Unrecognised uveitis was reported to result in significant visual impairment among Ugandan HIV-infected individuals.[3] Visual impairment in these cases could possibly have been prevented if the condition had been recognised early. Secondly, if uveitis is diagnosed clinically, the presumed cause may be incorrect as the diagnosis is based on the patient's history and clinical and ophthalmological characteristics. Clinical features have poor predictive value for diagnosing the cause of uveitis, and do not distinguish well between infectious and non-infectious origin. Moreover, in cases of infectious uveitis, clinical features are poorly predictive of the causative pathogen, because different pathogens may present with similar clinical characteristics.[4,5] Based on diagnostic testing in almost a quarter of patients presenting with uveitis in studies from The Netherlands and South Africa (SA), the initial clinical diagnosis was adjusted and treatment altered.[4,5] An exception may be uveitis caused by Mycobacterium tuberculosis where the patient's history (e.g. recent history of pulmonary tuberculosis) or specific retinal findings (e.g. granuloma) are strongly indicative of infection by this organism. However, tuberculosis cannot always be ruled out solely on the basis of clinical symptoms.[7] Thirdly, empirical treatment of infectious uveitis is difficult because of the wide range of potential uveitogenic pathogens that require targeted treatment (Table 1). Finally, HIV-infected individuals are at an increased risk of specific opportunistic ocular infections (e.g. cytomegalovirus retinitis).[2] Manifestations of infectious uveitis are often atypical, with immunosuppression resulting in a lower degree of inflammation, even in advanced uveitis, compared with HIV-uninfected individuals. This makes clinical identification of the triggering pathogen in HIV-infected individuals particularly challenging.[2]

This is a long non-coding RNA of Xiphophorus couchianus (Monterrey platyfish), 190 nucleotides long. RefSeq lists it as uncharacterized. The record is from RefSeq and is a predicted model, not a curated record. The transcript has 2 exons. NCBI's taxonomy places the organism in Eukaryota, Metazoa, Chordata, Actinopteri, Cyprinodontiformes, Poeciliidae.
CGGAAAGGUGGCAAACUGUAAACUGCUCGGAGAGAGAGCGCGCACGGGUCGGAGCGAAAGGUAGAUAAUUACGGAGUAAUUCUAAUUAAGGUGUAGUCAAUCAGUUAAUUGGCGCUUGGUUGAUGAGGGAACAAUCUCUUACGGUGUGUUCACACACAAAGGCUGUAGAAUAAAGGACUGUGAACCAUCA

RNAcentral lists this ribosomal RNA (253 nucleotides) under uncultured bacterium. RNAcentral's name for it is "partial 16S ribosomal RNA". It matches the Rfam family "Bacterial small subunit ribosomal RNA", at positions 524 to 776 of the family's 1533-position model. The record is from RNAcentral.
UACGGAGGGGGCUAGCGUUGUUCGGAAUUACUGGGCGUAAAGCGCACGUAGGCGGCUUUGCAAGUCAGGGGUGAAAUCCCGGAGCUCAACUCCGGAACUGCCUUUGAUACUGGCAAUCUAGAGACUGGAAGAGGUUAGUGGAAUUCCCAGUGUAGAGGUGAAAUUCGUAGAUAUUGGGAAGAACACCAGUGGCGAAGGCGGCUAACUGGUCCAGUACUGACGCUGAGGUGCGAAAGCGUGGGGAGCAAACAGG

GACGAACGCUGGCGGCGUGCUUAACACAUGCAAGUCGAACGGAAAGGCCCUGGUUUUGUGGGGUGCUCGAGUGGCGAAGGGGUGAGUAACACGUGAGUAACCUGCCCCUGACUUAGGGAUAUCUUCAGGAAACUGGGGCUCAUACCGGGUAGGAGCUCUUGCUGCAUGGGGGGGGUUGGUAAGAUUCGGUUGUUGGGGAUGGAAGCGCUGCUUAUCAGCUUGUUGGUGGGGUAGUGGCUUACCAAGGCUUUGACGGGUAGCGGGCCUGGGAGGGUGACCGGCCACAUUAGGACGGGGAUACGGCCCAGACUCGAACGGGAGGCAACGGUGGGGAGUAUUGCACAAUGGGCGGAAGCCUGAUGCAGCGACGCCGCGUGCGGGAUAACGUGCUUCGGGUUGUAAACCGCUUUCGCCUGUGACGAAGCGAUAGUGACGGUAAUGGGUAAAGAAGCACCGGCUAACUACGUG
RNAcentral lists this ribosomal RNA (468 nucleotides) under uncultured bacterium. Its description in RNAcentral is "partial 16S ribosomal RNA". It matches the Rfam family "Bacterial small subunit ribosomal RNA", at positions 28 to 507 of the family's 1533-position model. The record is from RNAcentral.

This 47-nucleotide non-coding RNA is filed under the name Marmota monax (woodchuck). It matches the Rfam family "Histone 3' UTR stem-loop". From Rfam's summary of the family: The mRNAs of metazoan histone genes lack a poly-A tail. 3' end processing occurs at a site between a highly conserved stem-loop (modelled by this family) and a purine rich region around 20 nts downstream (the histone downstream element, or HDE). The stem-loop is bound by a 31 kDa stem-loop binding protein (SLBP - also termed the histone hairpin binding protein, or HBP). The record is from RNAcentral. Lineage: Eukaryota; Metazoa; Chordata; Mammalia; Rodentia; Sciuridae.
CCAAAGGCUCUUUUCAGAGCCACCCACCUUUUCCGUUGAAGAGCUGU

Diagnostic analysis of aqueous humor

The clinical diagnosis of infectious uveitis is increasingly supported in Western countries by analysis of ocular fluid[8] obtained through diagnostic anterior chamber paracentesis and aspiration of aqueous humor (Fig. 1). This is a well-documented procedure that is routinely performed in other aspects of ophthalmological care, e.g. management of acute elevation of intraocular pressure and diagnosis of suspected intraocular infections, metastasis and lymphoma.[5,6] The two key diagnostic tests of aqueous humor are pathogen-specific serological examination of paired ocular fluid and serum samples, and polymerase chain reaction (PCR) testing of the ocular fluid sample. In serological examination, intraocular pathogen-specific IgG is measured and compared with serum IgG levels (Goldmann-Witmer coefficient) to differentiate between intraocular production of antibody and passive leakage from the blood as proxy for infection, whereas PCR identifies pathogen-specific nucleic acids.[9] In infectious uveitis, pathogen-specific nucleic acids and IgG production are commonly detectable at different times after the onset of disease. During the early phase, nucleic acids are detectable within days after the onset of disease, followed by detection of intraocular IgG levels. Whereas pathogen nucleic acids commonly become undetectable 2 weeks after the onset of disease, specific antibodies remain detectable for many weeks in aqueous humor.[9] The two assays are therefore complementary, and contribute considerably to the differential diagnosis of infectious uveitis.[4-6,9,10] Identification of the triggering pathogen was established by serological examination and PCR in 60% of HIV-infected individuals presenting with undefined posterior uveitis, whereas PCR provided a final diagnosis in 39% of cases in which the initial diagnosis of the causative pathogen was uncertain.[4,10] Furthermore, treatment was altered on the basis of PCR results in 20% of patients with posterior uveitis of suspected infectious origin in a study from the USA.[6]

 

 

Anterior chamber paracentesis in uveitis